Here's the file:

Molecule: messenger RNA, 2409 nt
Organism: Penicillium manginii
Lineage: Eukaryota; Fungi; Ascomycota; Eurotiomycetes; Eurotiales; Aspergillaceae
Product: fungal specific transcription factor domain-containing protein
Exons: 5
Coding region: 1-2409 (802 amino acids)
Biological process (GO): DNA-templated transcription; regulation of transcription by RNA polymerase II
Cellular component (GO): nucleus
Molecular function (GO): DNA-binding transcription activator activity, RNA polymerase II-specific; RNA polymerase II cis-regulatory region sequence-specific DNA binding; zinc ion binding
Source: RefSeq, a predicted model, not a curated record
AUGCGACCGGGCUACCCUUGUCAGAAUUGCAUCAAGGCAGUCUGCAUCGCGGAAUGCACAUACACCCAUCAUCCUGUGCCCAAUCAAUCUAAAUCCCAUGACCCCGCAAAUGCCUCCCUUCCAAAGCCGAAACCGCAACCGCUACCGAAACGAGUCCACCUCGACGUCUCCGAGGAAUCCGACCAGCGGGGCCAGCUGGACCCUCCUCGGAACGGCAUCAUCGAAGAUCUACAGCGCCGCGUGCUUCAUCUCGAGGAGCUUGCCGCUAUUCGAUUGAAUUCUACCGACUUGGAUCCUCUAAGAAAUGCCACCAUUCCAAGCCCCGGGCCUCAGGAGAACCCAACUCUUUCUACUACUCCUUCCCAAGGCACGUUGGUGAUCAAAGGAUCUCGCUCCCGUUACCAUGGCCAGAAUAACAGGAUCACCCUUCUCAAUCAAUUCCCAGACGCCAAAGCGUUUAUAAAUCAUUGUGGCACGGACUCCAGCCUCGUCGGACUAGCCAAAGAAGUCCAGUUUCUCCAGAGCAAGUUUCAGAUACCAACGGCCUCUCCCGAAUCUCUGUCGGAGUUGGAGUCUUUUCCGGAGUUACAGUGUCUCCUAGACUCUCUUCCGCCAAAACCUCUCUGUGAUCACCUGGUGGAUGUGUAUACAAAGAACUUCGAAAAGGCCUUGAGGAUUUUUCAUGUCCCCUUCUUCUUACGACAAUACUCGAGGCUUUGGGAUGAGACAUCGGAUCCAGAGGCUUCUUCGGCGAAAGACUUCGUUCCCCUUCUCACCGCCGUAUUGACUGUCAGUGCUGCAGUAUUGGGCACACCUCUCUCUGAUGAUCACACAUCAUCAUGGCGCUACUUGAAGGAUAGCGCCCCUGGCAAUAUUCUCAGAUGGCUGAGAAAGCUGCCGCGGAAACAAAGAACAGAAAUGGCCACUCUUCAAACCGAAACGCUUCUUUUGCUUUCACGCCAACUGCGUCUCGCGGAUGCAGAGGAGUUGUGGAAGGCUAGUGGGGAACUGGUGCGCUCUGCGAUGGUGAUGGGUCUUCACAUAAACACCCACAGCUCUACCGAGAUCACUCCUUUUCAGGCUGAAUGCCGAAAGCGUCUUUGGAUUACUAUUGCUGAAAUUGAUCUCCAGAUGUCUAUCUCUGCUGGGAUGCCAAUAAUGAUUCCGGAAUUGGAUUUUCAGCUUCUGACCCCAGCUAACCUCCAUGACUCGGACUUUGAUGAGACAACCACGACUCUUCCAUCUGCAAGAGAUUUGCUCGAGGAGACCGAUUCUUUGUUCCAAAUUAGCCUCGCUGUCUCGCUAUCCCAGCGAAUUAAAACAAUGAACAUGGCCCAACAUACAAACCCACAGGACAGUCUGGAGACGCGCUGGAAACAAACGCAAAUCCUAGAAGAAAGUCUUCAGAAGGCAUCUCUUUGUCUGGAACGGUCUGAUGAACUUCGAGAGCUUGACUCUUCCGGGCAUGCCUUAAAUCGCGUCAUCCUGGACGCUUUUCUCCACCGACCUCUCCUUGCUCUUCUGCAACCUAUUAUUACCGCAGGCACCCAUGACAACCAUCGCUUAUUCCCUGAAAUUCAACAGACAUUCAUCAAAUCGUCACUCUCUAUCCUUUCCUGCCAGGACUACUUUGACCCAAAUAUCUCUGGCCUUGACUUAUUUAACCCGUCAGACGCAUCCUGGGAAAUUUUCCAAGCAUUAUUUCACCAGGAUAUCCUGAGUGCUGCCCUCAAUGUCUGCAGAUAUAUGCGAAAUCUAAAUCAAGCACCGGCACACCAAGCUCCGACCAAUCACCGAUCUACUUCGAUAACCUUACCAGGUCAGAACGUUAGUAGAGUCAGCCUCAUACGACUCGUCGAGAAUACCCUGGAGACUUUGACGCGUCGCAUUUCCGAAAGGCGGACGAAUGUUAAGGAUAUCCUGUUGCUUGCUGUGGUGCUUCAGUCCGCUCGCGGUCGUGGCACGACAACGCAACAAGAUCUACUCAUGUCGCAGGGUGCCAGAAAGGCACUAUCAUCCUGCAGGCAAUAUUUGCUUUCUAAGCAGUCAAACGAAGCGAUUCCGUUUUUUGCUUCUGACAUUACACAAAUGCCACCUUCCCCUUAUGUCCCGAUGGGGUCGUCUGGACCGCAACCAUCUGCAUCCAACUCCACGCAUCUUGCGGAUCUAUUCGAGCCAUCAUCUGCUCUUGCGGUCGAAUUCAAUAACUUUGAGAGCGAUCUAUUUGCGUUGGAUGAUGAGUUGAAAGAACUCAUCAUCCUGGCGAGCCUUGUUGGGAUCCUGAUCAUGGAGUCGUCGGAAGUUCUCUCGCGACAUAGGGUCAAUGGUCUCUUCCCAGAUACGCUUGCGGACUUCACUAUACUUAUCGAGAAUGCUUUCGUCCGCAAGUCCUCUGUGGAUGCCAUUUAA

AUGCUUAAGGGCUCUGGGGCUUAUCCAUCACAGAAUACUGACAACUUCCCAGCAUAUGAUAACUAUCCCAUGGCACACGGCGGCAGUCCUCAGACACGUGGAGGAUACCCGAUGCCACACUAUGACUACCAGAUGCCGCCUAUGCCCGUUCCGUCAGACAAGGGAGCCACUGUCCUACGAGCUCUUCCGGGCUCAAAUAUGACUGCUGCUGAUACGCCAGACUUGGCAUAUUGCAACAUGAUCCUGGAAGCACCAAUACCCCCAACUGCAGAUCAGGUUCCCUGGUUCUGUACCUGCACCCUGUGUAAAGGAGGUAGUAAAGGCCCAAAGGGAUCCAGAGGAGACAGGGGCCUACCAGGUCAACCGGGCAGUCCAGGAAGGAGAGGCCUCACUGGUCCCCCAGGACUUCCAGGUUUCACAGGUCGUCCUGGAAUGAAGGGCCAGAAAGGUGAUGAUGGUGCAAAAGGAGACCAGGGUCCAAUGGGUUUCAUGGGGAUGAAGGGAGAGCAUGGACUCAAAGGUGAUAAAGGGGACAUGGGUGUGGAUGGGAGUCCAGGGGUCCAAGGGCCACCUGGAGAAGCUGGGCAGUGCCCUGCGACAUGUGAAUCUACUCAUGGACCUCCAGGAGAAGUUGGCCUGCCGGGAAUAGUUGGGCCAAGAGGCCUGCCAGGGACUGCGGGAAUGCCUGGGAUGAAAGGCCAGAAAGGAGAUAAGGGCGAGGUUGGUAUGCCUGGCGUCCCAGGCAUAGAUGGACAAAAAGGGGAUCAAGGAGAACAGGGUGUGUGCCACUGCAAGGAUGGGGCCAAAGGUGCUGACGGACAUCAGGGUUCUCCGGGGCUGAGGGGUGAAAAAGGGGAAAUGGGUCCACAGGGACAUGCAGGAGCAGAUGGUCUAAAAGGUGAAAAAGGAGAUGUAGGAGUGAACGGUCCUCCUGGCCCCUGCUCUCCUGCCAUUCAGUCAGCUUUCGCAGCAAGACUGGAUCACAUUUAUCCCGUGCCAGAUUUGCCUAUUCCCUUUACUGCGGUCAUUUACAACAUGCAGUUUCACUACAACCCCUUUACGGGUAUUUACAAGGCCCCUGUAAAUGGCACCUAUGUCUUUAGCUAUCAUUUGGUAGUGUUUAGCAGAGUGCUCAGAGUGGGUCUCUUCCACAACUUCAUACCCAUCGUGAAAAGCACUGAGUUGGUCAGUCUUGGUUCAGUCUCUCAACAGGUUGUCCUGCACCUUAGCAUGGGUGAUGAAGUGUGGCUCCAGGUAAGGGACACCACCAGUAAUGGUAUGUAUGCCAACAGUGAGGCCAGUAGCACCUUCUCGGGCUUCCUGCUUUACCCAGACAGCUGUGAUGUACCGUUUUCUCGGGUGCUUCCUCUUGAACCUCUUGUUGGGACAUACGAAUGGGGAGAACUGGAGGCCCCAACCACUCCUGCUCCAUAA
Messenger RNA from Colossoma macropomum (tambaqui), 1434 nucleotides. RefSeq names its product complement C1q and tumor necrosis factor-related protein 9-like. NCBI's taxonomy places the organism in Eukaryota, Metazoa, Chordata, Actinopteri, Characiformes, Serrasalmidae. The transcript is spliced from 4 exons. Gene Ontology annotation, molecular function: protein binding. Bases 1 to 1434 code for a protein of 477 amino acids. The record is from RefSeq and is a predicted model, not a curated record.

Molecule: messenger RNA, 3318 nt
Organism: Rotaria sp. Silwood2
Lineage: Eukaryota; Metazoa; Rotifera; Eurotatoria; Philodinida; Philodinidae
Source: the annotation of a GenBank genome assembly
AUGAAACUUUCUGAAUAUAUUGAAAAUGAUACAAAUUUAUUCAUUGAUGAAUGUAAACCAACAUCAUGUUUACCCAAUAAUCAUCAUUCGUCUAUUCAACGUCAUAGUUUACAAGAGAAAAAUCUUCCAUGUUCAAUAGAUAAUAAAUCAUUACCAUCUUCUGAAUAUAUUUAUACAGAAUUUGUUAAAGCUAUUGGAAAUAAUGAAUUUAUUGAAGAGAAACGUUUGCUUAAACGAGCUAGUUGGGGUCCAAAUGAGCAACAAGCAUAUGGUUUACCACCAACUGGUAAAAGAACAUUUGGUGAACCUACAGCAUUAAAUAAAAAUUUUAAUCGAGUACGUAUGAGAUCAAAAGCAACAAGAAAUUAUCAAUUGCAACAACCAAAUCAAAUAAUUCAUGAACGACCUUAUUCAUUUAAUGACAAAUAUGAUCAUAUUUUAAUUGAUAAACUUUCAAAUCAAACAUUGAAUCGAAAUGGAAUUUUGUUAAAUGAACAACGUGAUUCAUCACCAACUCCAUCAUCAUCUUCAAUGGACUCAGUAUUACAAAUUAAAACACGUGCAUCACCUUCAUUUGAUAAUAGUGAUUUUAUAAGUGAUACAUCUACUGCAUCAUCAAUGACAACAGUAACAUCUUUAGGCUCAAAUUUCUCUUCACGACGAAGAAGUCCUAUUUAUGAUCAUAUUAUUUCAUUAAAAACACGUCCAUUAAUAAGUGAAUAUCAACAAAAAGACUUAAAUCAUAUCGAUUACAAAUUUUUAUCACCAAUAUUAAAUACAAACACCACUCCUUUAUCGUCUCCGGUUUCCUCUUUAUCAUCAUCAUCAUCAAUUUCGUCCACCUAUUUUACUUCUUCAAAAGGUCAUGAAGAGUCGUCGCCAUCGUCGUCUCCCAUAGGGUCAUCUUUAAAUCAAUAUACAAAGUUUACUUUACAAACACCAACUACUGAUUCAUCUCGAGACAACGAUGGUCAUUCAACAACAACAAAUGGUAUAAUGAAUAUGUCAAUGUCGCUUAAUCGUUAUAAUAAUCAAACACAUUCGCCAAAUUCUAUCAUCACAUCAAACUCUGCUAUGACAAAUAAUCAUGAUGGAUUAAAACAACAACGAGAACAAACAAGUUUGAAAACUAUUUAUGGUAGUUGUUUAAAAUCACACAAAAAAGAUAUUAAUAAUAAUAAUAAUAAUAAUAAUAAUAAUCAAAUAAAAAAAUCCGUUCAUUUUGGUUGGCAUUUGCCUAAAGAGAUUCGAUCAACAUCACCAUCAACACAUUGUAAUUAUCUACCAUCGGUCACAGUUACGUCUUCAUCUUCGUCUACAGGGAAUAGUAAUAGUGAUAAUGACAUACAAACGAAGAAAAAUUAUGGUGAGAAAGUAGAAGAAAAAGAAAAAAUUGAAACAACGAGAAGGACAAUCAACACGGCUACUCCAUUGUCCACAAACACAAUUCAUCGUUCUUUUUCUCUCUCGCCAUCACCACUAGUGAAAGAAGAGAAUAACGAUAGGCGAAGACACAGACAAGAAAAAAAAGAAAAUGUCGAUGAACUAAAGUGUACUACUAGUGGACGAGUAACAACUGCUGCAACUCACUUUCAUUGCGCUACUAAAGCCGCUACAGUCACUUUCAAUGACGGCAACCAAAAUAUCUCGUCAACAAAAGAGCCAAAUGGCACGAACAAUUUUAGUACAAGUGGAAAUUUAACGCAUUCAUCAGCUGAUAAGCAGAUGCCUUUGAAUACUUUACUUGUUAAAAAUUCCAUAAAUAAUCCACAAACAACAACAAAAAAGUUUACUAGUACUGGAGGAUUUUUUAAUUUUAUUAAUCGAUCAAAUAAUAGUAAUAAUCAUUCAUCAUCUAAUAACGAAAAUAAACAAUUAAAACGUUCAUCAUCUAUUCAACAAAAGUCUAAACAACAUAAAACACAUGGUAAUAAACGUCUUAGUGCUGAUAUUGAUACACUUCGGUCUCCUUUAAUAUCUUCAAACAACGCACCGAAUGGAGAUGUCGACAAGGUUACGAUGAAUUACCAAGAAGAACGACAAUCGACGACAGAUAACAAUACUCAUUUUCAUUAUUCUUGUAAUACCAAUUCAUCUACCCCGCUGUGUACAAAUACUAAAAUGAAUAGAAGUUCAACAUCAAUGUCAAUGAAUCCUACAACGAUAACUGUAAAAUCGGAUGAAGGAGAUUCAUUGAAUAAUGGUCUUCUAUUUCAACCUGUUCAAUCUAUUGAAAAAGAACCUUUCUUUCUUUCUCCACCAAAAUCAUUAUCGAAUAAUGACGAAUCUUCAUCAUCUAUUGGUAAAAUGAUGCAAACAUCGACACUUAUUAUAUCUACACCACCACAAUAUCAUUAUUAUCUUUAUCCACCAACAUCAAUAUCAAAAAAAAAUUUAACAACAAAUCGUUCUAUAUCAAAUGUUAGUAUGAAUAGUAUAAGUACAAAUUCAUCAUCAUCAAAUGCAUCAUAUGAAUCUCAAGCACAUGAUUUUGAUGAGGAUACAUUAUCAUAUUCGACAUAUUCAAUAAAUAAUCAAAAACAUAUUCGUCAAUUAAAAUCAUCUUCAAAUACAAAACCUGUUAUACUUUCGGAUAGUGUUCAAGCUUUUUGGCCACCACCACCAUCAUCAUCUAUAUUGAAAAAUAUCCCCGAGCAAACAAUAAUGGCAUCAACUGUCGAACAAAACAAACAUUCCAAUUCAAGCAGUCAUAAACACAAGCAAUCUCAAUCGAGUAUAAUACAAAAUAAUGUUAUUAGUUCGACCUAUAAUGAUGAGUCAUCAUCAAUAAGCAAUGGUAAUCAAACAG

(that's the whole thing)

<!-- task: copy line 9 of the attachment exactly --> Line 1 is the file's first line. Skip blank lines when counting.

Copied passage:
Molecular function (GO): DNA-binding transcription activator activity, RNA polymerase II-specific; RNA polymerase II cis-regulatory region sequence-specific DNA binding; zinc ion binding